Mindfulness and Anxiety
by Rosalie Dores on 3rd December 2015
Anxiety is an experience we all have to a lesser or greater degree. It can be an extremely unpleasant experience, generating bodily sensations such as nausea, heart palpitations, dry mouth, sweating, shallow and speedy breathing and less specific an overwhelming sense of dread. In a former post entitled the “Anatomy of Anxiety” I pointed to the ways in which anxiety manifests not just physically, but also mentally. When we feel anxious our thought processes can often speed up, exacerbating the actual felt experience of anxiety.
When we practice mindfulness, we learn how to tease out the thoughts from the bodily sensations.
We rest our attention in the actual physicality of the experience, sensation e.g. heaviness in the stomach, tightness in the chest, rapid breathing. This is very different from heaviness in the stomach/ “There’s something wrong with me.” Tightness in the chest/“I’m going to die.” Rapid breathing/“I can’t cope!” Recognising the ways that our thoughts activate, and exacerbate, our experience, can go a long way to reducing the sometimes debilitating aspects of anxiety.
It doesn’t mean that when we practice, and live mindfully, that we won’t experience anxiety any more. It is part of the human condition, and actually an important and helpful experience to have at times ( see this film to find out more) Psychologically, anxiety helps keep us alert, for example walking down a dark street at night we need to keep our wits about us. It can also drive us to get things done and to deal with problems, for example find a job so that we can pay our bills, meet the deadline for an exam. Physically, anxiety readies us for action, so that we can run away from danger or defend ourselves from harm if necessary. Anxiety becomes a problem, when we develop what might be called secondary anxiety, we get anxious about being anxious. It’s a vicious circle, the thinking about anxiety, generating further anxiety.
Skills such as the ones we learn on a Mindfulness Based Stress Reduction programme, are tremendously helpful. We can begin to take the drivers seat when anxiety arises, rather than passively sitting in the passenger seat and allowing our anxiety to take us on a nightmare roller coaster journey. At the same time, though skills go a long way, alone they are not enough. We also need to cultivate a particular way of being with ourselves when we are anxious. It can be, after all, a very unpleasant experience. I find the image of parent with their unconsolable child very helpful in this. A parent, may not know why their child is crying, they don’t necessarily know how to stop the child crying, but they do know how to hold the child, to say soothing words, to rock the child. For this they need a tremendous amount of patience and kindness, as the child’s cries may go on beyond what they consider reasonable.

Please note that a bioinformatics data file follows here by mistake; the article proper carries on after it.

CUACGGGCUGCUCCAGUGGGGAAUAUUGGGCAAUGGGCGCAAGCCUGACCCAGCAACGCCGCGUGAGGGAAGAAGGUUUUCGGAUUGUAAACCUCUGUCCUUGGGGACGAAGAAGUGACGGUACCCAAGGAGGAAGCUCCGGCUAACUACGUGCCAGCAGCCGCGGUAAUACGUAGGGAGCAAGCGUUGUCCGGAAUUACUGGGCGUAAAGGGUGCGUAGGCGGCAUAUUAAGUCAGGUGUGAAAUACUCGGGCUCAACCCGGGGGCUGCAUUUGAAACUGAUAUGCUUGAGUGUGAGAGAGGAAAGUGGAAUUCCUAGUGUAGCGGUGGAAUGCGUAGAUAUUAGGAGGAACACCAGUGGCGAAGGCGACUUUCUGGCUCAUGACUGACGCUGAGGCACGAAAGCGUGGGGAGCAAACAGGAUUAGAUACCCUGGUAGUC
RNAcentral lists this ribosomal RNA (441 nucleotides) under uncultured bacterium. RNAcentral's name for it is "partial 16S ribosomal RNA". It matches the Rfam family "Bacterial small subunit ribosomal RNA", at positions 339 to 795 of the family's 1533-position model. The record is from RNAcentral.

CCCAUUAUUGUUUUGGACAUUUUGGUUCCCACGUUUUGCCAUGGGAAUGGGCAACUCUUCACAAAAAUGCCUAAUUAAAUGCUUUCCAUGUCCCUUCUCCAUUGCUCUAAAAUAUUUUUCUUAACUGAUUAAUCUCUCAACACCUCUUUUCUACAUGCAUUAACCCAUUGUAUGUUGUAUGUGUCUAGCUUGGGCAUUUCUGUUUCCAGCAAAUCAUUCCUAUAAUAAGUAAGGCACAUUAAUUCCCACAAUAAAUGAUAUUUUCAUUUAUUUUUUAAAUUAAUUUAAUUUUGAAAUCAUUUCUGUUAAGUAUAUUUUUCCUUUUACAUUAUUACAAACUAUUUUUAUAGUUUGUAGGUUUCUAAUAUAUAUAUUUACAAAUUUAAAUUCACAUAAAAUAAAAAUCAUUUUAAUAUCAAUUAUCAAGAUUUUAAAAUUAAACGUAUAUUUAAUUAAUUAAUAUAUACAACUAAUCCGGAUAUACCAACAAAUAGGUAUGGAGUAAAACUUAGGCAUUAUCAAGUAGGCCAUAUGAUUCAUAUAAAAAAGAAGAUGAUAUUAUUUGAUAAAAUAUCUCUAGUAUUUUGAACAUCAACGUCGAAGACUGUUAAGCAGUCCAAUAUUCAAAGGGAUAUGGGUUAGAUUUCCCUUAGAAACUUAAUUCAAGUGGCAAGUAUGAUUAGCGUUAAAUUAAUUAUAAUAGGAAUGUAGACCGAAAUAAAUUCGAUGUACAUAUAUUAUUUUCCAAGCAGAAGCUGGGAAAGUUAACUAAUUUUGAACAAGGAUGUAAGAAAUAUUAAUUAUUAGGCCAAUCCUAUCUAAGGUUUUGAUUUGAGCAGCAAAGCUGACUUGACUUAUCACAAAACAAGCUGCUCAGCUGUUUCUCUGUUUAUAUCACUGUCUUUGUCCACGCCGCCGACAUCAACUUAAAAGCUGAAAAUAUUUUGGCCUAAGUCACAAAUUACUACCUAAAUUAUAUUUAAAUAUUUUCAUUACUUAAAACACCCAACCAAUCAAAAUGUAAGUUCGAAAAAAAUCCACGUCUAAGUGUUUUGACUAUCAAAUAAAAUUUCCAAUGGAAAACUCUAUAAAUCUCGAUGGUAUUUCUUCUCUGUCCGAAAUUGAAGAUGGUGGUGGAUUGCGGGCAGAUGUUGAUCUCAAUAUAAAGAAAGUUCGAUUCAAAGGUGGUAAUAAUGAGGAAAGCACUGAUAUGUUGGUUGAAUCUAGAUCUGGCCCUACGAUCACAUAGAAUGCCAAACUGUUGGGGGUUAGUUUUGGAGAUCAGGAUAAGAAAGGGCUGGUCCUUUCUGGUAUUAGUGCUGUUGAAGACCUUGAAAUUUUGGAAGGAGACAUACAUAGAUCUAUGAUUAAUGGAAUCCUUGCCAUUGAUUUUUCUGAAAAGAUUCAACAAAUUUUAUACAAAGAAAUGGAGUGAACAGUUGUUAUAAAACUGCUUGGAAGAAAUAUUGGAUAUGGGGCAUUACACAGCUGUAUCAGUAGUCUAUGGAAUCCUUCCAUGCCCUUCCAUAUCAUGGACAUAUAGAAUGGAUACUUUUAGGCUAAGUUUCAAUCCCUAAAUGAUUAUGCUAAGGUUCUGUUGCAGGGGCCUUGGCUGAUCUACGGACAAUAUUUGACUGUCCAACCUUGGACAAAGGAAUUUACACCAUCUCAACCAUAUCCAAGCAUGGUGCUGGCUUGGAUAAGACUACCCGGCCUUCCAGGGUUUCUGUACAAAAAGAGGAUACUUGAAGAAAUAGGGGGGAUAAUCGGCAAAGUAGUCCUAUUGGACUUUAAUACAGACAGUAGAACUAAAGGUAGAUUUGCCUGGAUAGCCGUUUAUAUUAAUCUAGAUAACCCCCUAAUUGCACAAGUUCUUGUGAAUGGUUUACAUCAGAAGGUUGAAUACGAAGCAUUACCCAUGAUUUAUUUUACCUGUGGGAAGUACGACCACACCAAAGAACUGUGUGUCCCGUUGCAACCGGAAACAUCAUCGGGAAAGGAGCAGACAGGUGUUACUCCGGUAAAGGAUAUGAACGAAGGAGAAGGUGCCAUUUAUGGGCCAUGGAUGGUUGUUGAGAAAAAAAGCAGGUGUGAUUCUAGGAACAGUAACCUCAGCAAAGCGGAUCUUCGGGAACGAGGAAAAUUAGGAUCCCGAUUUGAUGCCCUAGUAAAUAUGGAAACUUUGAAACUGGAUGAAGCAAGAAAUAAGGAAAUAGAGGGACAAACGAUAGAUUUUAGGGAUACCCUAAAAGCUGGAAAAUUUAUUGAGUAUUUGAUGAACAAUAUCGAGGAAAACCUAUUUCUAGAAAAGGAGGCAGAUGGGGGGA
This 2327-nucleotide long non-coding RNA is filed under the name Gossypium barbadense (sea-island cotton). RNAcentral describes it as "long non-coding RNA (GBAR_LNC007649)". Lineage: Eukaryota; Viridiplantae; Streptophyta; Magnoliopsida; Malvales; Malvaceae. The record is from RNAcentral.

In our mindfulness practice, we cultivate the capacity to stay present, so that with a gathered mind, we can know what is going on. At the same time, we are also cultivating ‘capacity’, the possibility of being able to ‘hold’ , to be with, whatever might arise in our experience. For this we need the attitudinal foundations of non-striving, acceptance, patience, trust, letting-go/letting-be and the suspension of judgement.
Patience is a formidable ally in the face of difficulties, we take small steps, gently exposing ourselves to what is difficult, and increasing capacity slowly over time. For example, we may notice anxious feelings arise, we kindly pause and pay attention to what is going on, it feels too much we distract ourselves, in whatever way feels most supportive. The next time this happens maybe we pause patiently for longer, and so it goes, step-by-step increasing capacity.
A particular story that I heard recently in relation to being with difficulty, really touched me. The teacher spoke about how the human system faced with anxiety or fear, trembles like a bird, so nervous, so sensitive. He asked us listeners, whether we would be willing to wait patiently, to let the bird tremble until it was ready to stop and settle, knowing it was safe. Can we wait that long, do we have the patience, can we trust, can we hold ourselves in that quality of understanding, and kindness? I do hope so....